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am a great lover of mankind, I took part in the happiness of that people who were to be governed by one of so great humanity, justice, and honour. Eboracenfis has read all the schemes which writers have formed of government and order, and been long conversant with me* who have the reins in their hands; so that he can very well distinguish between chimerical and practical politics. It is a great blessing, when men have to deal with such different characters in the fame species as those of freemen and slaves, that they who command have a just fense of human nature itself, by which they can temper the haughtiness of the master, and soften the servitude of the slave. H* tibi erunt artes. This is the notion with which those of the plantation reeeive Eboracenfis And as I have cast his nativity, I find there will be a l-ecord made of this person's administration ; and on that part of the shore from whence he embarks to return from bis government, there will be a monument with these words: " Here the people wept, and took leave of Eboracenfis, the first governor our mother Felicia sent, •* who, during his command here, believed, himself, her « subject."

White's Chocolate-house, September 16.

The following Letter wants such sudden disoatch, thsf all things else most wait for this time.

Sir, Sepi. 13, Equal day and night*

** HT^HERE are two Ladies, who, having a good "JL opinion of your taste and judgment, desire you "to make use of them in the following particular, *' which perhaps, you may allow very extraordinary. *' The tw.o Ladies before mentioned have, a cousider"able time since, contracted a more sincere and con*' slant friendship, than their adversaries, the men will 44 allow consistent with the frailty of female nature; "and, being from a long acquaintance convinced of "the perfect agreement of their tempers, have thought "upon an expedient to prevent their separation, and * cannot think any so effectual (since i; is common for

** lorn « love to destroy friendship) as to give up both their

*« liberties to the fame person in marriage. The Gen

*• tleroan they have pitched upon is neither well-bred nor

"agreeable, his understanding moderate, and his per

"son never designed to charm -women; but having si»

** much self-interest in his nature, as to be satisfied with

*' making double con-tracts, upon condition of receiving

«' double fortunes; and most men being so far sensible

"of the uneasiness that one woman occasions; they

«' think him, for these reasons, the most likely person of their acquaintance to receive these proposals.

«« Upon all other accounts, he is the last man either cf

*' them would chuse, yet for this preferable to all the

"rest. They desire to know your opinion the next

** post, resolving to defer farther proceeding, until they

*' lam,


your unknown*
unthoHght of,

humble servant,

Bridget Eitbersidto

This is very extraordinary; and much might be objected by me, who am something of a civilian, to the* cafe of two marrying the fame man: But these Ladies are, I perceive, Free-thinkers; and therefore I shall (peak only to the prudential part of this design, merely as a philosopher, without entering into the merit of it in the ecclesiastical or civil law. These constant friends, Piladea and Oreftea, are at a loss to preserve their friendship from the encroachments of love; for which end they have-resolved upon a fellow who cannot be the object of affection or esteem to either, and consequently cannot rob one of the place each has in her friend's heart. But in all my reading, (and I have read all that the Sages of love have writ,) I have found the greatest danger in jealousy. The Ladies* indeed, to avoid this passion,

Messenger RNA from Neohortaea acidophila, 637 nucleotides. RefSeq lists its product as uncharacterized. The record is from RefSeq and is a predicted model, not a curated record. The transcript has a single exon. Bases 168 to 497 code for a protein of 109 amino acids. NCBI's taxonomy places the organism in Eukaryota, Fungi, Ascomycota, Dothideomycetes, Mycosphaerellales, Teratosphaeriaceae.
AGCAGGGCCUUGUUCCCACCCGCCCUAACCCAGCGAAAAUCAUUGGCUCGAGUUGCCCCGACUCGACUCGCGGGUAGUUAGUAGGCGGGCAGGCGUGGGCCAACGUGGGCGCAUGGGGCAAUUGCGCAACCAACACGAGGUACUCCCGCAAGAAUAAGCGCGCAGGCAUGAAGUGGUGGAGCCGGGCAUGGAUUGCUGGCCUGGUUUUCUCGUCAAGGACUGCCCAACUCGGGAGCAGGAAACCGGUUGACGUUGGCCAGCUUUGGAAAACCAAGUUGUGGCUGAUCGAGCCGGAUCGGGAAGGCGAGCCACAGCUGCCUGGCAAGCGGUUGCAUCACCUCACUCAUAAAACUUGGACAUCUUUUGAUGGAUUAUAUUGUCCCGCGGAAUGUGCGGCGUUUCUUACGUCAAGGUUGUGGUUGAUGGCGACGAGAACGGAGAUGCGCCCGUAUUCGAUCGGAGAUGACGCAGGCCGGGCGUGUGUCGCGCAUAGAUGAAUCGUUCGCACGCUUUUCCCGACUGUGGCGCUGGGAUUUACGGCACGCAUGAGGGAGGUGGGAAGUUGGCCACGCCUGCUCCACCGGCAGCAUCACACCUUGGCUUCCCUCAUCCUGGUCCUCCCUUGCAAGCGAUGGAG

Will's Coffee-house, September 14,
I find left here for me the following Epistle.

"TT A VIN G lately read your discourse about the ** X"l family os Truhies, wherein you observe, that *' there are some who fall into laughter out of a certain "benevolence in their temper, and not out of the or*' dinary motive, viz. contempt, and triumph over the "imperfections of others; I have conceived a good •« idea of your knowledge of mankind. And, as you '* have a tragi-comic genius, I beg the savour of you ** to give us your thoughts of a quite different effect, *' which also is caused by other motives than what are "commonly taken notice of. What I would have you "treat of, is the cause of shedding tears. I desire you "would discuss it a little, with observations upon the "various occasions which provoke us to that expression "of our concern, &c."

To obey this complaisant Gentleman, I know no way so short as examining the various touches of my own bosom, on several occurrences in a long life to the evening of which I am arrived, after as many various incidents as any body has met with. I have often reflect«d, that there is a great similitude in the motions of the heart in mirth and in sorrow ; and I think the usual occasion of the latter, as well as the former, is something which is sudden and unexpected. The mind has not a sufficient time to recollect its force, and immediately gushes into tears before we can utter ourselves by speech or complaint. The most notorious causes of these drops from our eyes are pity, sorrow, joy, and reconciliation.